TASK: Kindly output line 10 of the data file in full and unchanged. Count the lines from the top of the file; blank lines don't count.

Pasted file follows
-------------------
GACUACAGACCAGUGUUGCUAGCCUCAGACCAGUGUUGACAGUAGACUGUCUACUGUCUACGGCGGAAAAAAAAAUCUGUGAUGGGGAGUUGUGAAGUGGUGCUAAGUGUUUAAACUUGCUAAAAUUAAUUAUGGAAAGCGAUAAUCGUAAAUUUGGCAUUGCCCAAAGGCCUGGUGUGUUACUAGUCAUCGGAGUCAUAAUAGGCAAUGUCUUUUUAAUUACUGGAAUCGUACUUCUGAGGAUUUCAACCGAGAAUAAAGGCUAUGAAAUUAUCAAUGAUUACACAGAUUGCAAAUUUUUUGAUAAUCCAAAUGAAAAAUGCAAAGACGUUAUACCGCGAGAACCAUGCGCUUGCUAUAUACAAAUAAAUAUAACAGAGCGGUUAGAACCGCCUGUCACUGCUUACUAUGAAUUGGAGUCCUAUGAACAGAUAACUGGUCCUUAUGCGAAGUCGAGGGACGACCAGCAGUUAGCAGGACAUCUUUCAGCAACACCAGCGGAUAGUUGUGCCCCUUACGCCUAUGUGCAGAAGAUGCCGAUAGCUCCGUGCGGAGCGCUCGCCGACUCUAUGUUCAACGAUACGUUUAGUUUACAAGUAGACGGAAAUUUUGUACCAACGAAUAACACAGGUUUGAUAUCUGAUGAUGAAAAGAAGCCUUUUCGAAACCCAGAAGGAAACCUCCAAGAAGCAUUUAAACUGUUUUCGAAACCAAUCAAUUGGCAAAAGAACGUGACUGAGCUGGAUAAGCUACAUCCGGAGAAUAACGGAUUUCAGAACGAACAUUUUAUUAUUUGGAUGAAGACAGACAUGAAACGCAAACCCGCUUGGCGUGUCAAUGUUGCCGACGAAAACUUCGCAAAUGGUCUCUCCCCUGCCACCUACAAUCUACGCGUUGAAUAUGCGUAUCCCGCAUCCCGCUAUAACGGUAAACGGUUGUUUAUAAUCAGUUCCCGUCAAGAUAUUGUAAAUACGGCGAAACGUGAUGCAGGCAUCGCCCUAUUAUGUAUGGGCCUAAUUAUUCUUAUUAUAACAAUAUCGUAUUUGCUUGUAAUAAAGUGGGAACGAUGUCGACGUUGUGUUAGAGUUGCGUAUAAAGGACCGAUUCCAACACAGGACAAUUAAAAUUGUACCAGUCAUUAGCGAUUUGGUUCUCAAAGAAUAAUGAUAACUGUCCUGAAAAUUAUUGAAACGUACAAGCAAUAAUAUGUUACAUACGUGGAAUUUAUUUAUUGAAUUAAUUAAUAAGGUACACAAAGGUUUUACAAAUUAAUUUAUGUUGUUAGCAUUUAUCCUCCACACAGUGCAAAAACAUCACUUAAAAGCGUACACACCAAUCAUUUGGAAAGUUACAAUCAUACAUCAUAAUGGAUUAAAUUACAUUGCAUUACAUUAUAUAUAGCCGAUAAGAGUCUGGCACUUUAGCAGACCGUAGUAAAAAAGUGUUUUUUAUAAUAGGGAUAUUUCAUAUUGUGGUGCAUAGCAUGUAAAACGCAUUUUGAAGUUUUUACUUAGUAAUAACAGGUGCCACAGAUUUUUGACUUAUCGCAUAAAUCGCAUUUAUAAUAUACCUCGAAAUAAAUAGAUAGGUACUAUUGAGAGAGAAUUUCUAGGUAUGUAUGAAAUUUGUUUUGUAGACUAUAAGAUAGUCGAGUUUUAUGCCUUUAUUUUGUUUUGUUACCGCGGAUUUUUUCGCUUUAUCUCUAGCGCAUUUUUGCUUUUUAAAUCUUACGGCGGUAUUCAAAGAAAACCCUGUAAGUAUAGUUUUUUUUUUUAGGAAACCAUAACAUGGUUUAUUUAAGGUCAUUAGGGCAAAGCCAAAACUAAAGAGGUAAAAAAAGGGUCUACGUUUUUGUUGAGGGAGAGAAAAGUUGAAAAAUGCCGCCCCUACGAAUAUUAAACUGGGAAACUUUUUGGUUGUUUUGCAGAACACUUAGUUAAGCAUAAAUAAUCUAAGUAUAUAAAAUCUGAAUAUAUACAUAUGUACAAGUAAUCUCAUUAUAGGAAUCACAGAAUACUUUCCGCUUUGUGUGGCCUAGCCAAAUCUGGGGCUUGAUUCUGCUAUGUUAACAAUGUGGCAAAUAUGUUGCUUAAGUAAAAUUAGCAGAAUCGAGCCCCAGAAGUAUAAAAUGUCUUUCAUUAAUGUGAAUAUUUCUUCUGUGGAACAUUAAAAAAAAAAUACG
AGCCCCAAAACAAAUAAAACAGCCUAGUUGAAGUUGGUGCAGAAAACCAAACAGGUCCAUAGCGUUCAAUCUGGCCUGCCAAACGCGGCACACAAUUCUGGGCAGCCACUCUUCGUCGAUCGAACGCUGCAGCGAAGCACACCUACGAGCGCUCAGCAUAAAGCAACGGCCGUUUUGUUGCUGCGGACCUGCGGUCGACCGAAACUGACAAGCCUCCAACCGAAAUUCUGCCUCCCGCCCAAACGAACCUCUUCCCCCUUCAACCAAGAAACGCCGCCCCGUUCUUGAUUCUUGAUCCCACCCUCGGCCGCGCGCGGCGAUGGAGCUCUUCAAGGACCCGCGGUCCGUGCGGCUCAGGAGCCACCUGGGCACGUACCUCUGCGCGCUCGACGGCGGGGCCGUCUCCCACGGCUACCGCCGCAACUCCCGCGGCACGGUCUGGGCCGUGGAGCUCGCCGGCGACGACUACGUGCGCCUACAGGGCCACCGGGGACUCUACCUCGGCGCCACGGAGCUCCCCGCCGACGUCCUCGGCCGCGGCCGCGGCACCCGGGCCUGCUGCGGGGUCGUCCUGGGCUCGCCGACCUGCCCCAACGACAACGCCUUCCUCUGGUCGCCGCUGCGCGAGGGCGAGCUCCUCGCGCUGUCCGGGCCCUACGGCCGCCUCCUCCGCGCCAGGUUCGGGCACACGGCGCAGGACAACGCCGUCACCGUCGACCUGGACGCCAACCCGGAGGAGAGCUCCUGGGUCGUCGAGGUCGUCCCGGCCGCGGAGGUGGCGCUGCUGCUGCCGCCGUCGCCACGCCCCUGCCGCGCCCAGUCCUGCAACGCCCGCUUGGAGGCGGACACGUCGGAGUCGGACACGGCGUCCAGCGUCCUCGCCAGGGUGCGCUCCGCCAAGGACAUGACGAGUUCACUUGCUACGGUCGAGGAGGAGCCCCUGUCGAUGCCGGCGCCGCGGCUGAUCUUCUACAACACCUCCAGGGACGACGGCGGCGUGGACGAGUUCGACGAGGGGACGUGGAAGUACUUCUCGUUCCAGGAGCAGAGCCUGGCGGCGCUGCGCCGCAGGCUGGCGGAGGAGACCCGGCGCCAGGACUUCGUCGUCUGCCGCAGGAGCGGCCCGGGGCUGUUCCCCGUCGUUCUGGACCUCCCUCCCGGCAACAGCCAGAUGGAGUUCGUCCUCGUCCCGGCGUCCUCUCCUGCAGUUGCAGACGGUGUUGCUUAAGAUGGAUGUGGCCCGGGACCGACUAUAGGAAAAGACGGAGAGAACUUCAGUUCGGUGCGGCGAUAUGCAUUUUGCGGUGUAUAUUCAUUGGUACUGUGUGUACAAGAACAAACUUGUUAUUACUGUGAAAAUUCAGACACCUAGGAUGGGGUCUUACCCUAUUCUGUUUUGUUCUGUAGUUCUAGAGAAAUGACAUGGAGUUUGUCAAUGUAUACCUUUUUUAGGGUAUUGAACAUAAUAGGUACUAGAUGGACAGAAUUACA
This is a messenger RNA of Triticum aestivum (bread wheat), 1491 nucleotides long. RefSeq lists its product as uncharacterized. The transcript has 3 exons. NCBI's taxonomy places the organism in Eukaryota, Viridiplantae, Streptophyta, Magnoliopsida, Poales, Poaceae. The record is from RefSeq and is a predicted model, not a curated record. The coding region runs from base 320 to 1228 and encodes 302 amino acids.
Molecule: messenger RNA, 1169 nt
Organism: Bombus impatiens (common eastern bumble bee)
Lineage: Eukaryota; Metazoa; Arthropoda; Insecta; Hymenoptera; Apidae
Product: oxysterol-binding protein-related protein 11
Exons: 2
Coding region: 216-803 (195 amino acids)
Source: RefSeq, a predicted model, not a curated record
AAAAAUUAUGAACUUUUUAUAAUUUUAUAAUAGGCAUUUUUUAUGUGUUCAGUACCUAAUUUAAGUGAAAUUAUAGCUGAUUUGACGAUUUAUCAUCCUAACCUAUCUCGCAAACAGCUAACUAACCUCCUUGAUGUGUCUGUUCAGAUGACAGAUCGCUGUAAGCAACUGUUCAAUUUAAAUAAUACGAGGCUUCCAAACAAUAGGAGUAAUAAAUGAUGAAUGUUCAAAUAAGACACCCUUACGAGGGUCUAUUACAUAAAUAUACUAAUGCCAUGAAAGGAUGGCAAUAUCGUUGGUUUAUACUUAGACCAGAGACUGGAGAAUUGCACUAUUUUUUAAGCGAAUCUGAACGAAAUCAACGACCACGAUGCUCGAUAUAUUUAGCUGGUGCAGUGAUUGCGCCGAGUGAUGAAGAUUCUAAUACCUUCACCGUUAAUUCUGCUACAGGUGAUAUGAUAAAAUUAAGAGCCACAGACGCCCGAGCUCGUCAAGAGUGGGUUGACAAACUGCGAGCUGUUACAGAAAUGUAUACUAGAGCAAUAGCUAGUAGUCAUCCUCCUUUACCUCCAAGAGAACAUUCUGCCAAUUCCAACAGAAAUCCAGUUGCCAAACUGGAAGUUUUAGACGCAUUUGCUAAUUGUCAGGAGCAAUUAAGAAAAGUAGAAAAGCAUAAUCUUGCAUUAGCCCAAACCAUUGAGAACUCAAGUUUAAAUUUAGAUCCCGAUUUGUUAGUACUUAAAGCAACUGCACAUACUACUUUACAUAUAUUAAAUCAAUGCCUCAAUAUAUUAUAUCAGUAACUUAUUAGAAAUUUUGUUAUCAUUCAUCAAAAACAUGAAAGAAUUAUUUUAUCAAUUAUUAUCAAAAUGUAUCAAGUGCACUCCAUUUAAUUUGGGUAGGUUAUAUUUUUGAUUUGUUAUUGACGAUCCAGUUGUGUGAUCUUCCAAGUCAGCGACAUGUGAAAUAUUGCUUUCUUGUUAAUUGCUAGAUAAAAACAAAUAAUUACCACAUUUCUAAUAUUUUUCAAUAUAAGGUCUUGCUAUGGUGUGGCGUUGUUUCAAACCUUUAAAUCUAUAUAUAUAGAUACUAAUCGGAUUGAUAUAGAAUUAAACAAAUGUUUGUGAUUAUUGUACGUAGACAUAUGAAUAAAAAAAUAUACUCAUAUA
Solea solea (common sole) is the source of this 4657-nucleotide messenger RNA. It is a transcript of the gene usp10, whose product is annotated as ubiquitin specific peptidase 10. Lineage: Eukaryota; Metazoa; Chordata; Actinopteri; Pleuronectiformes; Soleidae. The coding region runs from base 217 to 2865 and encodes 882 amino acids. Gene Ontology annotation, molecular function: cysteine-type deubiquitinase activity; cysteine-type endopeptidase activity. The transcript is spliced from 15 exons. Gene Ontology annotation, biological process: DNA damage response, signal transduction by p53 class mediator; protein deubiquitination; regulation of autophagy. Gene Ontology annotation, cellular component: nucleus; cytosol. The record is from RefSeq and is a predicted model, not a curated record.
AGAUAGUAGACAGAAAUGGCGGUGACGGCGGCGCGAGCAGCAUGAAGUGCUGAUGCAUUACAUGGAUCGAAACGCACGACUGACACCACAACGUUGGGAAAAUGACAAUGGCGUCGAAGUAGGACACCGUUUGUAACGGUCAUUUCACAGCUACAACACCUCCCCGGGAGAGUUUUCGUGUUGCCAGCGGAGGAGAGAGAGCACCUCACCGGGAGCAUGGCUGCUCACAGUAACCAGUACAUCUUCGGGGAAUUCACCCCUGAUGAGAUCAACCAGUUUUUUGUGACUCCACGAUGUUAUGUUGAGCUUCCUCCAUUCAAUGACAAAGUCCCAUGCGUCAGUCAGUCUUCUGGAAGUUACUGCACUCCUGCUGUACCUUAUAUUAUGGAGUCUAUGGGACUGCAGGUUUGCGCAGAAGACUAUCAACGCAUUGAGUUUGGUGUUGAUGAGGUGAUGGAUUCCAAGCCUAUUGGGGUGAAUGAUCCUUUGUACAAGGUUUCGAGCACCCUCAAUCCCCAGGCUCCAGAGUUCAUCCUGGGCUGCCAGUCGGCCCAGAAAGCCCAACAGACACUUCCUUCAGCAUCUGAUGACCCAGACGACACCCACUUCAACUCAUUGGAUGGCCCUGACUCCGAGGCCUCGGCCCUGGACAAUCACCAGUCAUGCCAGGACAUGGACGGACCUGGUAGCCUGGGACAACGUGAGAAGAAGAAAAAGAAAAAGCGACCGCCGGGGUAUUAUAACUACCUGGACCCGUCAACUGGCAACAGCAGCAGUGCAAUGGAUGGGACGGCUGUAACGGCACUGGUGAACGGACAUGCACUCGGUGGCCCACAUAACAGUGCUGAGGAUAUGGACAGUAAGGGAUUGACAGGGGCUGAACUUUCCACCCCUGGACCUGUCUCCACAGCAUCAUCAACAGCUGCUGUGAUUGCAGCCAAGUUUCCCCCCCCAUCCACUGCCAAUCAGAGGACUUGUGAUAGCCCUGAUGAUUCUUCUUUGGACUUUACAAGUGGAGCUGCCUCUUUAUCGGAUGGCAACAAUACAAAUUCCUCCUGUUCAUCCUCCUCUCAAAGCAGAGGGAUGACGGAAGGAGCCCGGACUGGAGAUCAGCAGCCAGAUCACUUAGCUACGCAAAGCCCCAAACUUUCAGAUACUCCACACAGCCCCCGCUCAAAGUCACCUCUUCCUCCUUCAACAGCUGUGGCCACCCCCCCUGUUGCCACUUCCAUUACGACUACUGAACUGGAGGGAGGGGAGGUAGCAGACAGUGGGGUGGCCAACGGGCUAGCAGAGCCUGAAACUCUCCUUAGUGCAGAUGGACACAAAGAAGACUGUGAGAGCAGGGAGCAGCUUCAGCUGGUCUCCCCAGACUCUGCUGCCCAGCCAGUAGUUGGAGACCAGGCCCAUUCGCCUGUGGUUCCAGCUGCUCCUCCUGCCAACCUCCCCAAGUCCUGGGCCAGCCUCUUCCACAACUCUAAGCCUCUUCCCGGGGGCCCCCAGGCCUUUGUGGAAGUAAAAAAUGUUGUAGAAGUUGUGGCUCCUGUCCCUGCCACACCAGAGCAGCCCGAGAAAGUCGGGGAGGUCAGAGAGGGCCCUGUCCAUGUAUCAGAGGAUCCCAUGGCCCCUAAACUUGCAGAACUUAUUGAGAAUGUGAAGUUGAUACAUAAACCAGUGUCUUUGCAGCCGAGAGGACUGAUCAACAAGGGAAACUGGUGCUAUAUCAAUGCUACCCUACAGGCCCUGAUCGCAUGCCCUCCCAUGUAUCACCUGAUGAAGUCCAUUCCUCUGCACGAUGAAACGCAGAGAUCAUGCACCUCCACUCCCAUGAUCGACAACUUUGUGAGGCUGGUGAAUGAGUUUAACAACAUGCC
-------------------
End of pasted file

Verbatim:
Source: RefSeq, a predicted model, not a curated record